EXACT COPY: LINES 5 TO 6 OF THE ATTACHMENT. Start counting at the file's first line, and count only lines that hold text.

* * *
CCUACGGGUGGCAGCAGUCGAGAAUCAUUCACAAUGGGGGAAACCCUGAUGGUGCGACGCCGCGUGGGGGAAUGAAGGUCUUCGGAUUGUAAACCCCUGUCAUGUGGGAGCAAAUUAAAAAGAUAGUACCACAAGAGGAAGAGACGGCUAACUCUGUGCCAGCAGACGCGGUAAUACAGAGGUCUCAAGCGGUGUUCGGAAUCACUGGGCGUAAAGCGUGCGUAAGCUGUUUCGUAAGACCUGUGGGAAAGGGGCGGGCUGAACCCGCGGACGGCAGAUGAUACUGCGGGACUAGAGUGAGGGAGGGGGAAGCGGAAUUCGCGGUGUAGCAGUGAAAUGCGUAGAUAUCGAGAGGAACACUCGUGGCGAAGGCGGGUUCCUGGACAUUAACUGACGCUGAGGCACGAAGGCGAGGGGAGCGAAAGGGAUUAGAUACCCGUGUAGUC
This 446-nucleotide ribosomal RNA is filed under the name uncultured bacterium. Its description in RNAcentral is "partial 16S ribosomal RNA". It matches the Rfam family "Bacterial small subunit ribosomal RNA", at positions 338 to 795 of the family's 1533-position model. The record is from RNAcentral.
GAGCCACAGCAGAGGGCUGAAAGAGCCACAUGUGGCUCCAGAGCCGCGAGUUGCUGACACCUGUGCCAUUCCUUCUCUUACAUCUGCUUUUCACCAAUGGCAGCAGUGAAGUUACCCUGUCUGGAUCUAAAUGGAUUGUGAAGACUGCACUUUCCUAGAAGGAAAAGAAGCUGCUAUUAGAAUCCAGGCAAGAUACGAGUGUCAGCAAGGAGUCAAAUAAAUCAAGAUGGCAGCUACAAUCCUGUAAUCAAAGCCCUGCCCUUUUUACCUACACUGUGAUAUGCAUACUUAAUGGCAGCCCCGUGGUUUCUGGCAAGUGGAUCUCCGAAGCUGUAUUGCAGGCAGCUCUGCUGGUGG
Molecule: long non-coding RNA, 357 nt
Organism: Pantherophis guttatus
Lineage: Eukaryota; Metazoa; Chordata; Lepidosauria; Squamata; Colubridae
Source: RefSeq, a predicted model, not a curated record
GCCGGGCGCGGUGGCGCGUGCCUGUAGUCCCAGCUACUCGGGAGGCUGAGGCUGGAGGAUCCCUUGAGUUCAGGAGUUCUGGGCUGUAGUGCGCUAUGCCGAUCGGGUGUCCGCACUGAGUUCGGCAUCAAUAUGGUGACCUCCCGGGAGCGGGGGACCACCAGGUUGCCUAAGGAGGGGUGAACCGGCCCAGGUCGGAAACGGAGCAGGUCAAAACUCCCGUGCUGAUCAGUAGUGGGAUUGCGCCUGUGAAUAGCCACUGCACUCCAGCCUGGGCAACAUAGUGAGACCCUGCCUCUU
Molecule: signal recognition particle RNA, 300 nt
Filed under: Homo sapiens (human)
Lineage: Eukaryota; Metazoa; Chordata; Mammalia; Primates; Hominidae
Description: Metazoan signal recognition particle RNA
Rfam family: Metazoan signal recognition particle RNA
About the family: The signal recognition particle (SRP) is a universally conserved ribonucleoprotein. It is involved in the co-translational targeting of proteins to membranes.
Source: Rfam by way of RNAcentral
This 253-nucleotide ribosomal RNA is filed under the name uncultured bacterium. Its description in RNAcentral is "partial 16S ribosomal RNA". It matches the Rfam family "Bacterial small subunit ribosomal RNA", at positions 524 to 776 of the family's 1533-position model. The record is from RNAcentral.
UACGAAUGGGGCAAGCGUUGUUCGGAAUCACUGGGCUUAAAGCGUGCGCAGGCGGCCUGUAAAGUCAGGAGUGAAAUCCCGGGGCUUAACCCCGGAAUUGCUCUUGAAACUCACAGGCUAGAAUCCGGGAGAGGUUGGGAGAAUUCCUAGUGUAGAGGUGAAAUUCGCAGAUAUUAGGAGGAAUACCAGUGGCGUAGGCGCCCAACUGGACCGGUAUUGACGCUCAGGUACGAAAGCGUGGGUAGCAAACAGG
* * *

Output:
Organism: Pantherophis guttatus
Lineage: Eukaryota; Metazoa; Chordata; Lepidosauria; Squamata; Colubridae